As we did with the other positions, we have to profile some younger pitchers that didn’t quite make the cut for the top 36 slots amongst NL starters. Some probably already were better than some of the pitchers listed but because of limited exposure it was difficult to give them an appropriate ranking. So, in this edition, we will look at their career numbers to date and then adjust accordingly. Like with the position players, we will also look at their barriers to launch. Since some of them have more career starts than what you would likely get in one full season, we will look at the percentage of starts that ended in a quality starts.

Adam Conley— Miami Marlins (12 wins, 3.82 ERA, 1.363 WHIP, 183 SO, 38.8% QS)

Conley has been pretty steady in two partial seasons as a starter. In all likelihood, he would settle in somewhere as a fourth or fifth fantasy starter, but there is always the possibility that he can take another step forward this season. He had only 25 starts last season, but looked like a workhorse at times. He slightly outperformed the ERA estimates last season, so it is probably best to force him to show us that he can be a frontline pitcher before betting on it.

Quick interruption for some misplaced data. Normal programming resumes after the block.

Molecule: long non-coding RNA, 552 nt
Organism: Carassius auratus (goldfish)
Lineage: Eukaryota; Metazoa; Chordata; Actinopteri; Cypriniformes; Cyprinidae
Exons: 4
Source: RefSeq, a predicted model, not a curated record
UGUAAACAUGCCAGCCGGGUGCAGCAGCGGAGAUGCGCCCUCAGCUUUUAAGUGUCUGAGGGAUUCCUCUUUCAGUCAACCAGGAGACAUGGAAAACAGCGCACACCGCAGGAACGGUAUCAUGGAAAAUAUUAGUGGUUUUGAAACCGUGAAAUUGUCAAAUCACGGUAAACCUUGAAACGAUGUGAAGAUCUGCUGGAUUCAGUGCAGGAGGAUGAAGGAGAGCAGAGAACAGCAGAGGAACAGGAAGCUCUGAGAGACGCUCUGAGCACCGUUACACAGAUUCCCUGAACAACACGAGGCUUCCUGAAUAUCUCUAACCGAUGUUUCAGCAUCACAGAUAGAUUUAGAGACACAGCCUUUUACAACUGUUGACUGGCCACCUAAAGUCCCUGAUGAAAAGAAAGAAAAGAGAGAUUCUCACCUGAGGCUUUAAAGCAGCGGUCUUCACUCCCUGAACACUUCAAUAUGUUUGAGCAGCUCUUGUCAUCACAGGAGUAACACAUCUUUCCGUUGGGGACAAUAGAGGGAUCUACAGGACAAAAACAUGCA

Barriers to Launch: Conley sported a high WHIP primarily because of a higher than normal walk total. He sported a 4.19 walks per nine innings rate last season. He will never be a frontline starter as long as that continues.

Jerad Eickhoff— Philadelphia Phillies (14 wins, 3.44 ERA, 1.136, 216 SO, 65.9% QS)

The opening question is how Eickhoff was left off of the established list. He threw 197 innings last season and flew under the radar with 11 wins and a 3.65 ERA. The simple answer is that he is probably better than that, so limiting him to that ranking would probably be unfair. Unlike Conley, he was durable last season and seemed to pitch deeper into games. The only drawback to his game is that he surrendered 30 home runs last season.

Barriers to Launch: The floor is pretty high on Eickhoff, but he could be limited by his ability to keep the ball in the ballpark. He is worth a late round pick because he should at least take the ball every fifth day.

Brandon Finnegan— Cincinnati Reds (15 wins, 3.81 ERA, 1.317 WHIP, 200 SO, 45.7% QS)

Finnegan was the first player in baseball history to pitch in the College World Series and the MLB World Series in the same season. For most people that is nothing but a random fact in history, but it does indicate how he was fast tracked to the big leagues. 2016 represented the first full season in the big leagues and represented the same kind of ups and downs as you would expect from a pitcher in his first full season. The question comes down to how much we growth we can expect in year two.

Barriers to Launch: The personal ceiling for Finnegan is pretty high. He may not have absolute ace potential, but he could develop into a top of the rotation arm and he could do it quickly. The problem for him will be what the support he can expect in Cincinnati.